G: Dave Pyle, AP: Talking about their reasoning in including the fact that the assigned this person the status of “illegal.” Still has nothing to do with new media.

G: This illegal immigrant story has not turned up one single new media example, nobody has any on Twitter, and I sure as hell can’t think of one. NEXT TOPIC. DeRusha tells me broadcast TV stations think e-mail is new media.

Noah reports, that 100% of his live viewers don’t think media is transparent.

E: The very title of this forum implies that MSM is complaining that bloggers aren’t playing by the rules. Why can’t somebody just come out and say that? Also, it’s completely unfair to lump all bloggers together, especially those that in no way purport to be “reporting.” People that think that are just plain dumb. I guess that’s why they read the newspaper, so they don’t have to decide. I guess choosing between the PiPress and the Strib is hard enough.

G: Someone mentioned monetization and the forum suddenly ended.

E: Bob Collins announces the end of the forum. Stay after for arm-wrestling with Chuck! I think he just called Chuck a beast.

G: Upon review, this was more snarky than I anticipated. You know how bloggers are.

36 Comments so far

  1. Chuck Olsen (unregistered) on February 25th, 2008 @ 10:04 am

    Don’t forget, I’m totally going to arm wrestle Bob Collins from MPR!

  2. Jason (unregistered) on February 25th, 2008 @ 10:52 am

    It’s pretty awesome to be on a list of people who may show up. I’ll be there.

  3. Robin Marty (unregistered) on February 25th, 2008 @ 11:02 am

    I can guarantee you paul won’t be there — he’s still in Thailand until the 6th.

  4. Erica M (unregistered) on February 25th, 2008 @ 11:09 am

    And you, Robin?

    Julio Ojeda-Zapata from the PiPress gave me permission to ridicule him if he didn’t show up. Julio, consider this a warning shot.

  5. justin heideman (unregistered) on February 25th, 2008 @ 11:15 am

    I’ll be there. But I’m not anybody special. I just want to see the MSM guys arm-wrestle the bloggers so we can finally end the debate on who’s a real journalist or not.

    Actually, I want to know why design seems like an afterthought on blogs and MSM sites (except the big guys), and why there seems to be so little thought to the relationship design has to credibility.

  6. Bob Collins (unregistered) on February 25th, 2008 @ 11:33 am

    From what I can see above, I’m not even there. Which actually may be an improvement in my ability to provide arm wrestling competition.

    Can I ask this question, though, since I can’t ask it on my own site: who cares what MSM thinks of whether bloggers are journalists are not.

    Eat their lunch and let the question be one for them to ask: what happened?

  7. Matt (unregistered) on February 25th, 2008 @ 11:52 am

    I agree, Jason. I’m thrilled to have made the "might show up" list. Unfortunately, it conflicts with book club, and we all know my priorities lie with book club.

  8. Greg (unregistered) on February 25th, 2008 @ 11:59 am

    Bob, you are now attending…thanks to me adding your name to a bullet.

    Try to see a print newspaper correct a mistake, reprint and redeliver that fast!

    Of course, an editor would have reviewed before he published, but blah blah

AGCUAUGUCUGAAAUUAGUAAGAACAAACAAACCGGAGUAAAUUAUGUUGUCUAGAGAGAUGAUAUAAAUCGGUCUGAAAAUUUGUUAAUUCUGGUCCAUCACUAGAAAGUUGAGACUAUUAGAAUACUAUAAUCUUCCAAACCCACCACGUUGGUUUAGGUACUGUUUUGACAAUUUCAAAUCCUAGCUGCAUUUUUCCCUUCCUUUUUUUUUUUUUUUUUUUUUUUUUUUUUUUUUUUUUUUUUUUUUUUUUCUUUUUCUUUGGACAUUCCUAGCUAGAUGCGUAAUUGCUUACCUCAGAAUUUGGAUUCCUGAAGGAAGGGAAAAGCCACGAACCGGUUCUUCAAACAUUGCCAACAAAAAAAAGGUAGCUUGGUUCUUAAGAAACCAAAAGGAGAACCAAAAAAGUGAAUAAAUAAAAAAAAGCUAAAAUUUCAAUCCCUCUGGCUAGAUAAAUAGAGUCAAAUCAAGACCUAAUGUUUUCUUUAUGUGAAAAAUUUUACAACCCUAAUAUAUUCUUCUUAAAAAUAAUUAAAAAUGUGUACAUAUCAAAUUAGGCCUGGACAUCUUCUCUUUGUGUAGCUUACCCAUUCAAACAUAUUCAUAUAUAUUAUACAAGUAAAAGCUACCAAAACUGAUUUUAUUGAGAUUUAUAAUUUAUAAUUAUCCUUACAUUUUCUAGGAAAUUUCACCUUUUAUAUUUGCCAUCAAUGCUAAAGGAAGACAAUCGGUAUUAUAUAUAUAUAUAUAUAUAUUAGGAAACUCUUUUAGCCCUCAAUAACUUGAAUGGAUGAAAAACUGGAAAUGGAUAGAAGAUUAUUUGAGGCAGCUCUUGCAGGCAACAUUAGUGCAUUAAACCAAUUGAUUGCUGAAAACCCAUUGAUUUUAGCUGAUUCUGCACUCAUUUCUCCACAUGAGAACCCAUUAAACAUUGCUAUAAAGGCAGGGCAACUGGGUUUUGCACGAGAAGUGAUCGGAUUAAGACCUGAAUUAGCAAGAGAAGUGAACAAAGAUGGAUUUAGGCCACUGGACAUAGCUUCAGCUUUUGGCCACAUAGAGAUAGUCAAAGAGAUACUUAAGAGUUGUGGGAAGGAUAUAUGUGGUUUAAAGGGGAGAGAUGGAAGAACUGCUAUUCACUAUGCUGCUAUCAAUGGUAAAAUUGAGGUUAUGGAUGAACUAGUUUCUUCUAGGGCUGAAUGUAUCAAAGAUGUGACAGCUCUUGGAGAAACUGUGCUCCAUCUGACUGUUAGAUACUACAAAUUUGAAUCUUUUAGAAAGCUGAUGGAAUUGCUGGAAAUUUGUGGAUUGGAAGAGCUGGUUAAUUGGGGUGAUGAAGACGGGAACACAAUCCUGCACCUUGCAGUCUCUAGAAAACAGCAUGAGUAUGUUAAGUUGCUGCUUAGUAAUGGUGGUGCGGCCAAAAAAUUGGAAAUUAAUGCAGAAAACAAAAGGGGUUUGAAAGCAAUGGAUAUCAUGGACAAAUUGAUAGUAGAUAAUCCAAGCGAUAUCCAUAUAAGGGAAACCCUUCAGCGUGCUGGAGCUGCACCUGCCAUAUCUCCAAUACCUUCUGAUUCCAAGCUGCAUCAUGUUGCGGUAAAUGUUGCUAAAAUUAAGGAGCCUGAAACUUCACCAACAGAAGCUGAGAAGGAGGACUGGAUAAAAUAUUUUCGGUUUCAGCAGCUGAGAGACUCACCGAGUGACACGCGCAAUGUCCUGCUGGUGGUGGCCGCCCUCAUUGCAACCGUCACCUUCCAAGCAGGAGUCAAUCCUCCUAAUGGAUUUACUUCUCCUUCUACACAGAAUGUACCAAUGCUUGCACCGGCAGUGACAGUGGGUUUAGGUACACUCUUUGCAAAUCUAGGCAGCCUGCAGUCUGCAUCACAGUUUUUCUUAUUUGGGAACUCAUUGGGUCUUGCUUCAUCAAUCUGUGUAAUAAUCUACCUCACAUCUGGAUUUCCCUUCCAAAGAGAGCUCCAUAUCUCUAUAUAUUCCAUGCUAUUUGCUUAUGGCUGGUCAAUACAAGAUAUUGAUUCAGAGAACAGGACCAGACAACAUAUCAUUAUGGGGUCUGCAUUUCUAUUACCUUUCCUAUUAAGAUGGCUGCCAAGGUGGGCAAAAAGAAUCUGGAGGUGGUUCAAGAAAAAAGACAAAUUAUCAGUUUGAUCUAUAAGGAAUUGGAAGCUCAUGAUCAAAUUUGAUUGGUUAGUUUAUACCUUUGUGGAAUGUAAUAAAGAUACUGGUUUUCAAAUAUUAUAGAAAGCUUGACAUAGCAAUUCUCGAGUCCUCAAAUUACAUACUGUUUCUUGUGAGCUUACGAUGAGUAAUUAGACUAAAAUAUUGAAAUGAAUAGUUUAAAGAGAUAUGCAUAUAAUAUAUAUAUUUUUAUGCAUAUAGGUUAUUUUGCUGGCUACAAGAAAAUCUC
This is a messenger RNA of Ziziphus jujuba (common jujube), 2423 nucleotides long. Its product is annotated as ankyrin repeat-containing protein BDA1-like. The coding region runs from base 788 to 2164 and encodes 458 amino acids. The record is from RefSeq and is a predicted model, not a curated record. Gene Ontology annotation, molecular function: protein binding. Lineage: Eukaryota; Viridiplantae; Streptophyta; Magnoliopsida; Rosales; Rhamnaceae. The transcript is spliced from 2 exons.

9. Bob Collins (unregistered) on February 25th, 2008 @ 12:22 pm

    The design question is an interesting one, Justin. Tell more. I know nothing about good design.

  10. Erica M (unregistered) on February 25th, 2008 @ 12:29 pm

    Try to see a print newspaper correct a mistake, reprint and redeliver that fast!

    Of course, an editor would have reviewed before he published, but blah blah

    The corrections are transparent and were delivered via crowdsourcing, in the comments. That’s exactly what’s great about blogs!

  11. Bob from ALAMN (unregistered) on February 25th, 2008 @ 1:16 pm

    I’ll be there.

    But, please, don’t let that stop anyone else from attending!

  12. Robin Marty (unregistered) on February 25th, 2008 @ 1:59 pm

    I love design…and Justin is one of the best…

    I was planning on attending, but I can’t get a sitter to get out in time, and no one wants to have a 2 month old in the audience. If someone needs a ticket I can email you mine.

  13. Chuck Olsen (unregistered) on February 25th, 2008 @ 4:51 pm

    By the way, we’re going to attempt a live video stream from my laptop to – gods be with us.

    Justin – name names, who has sucky design? I know The UpTake does… hey, we got no money and a modified WordPress template. We’ve got a 2.0 and a 3.0 in the works. Not that any of this is too connected to ethics.

  14. Peter Fleck (unregistered) on February 25th, 2008 @ 4:54 pm

    I won’t be able to attend so you can take my name off the list but I’ll be here and there on this web thing.

    (Wow. You already got my name off!)

  15. justin (unregistered) on February 25th, 2008 @ 6:26 pm

    I’ll refrain from naming names for the moment, but some food for thought for the forum, guidelines from the Stanford Web Credibilty project.

  16. Kyle (unregistered) on February 25th, 2008 @ 7:02 pm

    Kathy Hansen definitely won’t be there… she broke her hip a few weeks ago (i do IT for SJMC)

  17. Noah Kunin (unregistered) on February 25th, 2008 @ 8:54 pm

    Great liveblog MB. I’m sure to use this as liner notes if we do an edited tape piece on this.

  18. taylor (unregistered) on February 25th, 2008 @ 9:54 pm


  19. justin heideman (unregistered) on February 25th, 2008 @ 10:06 pm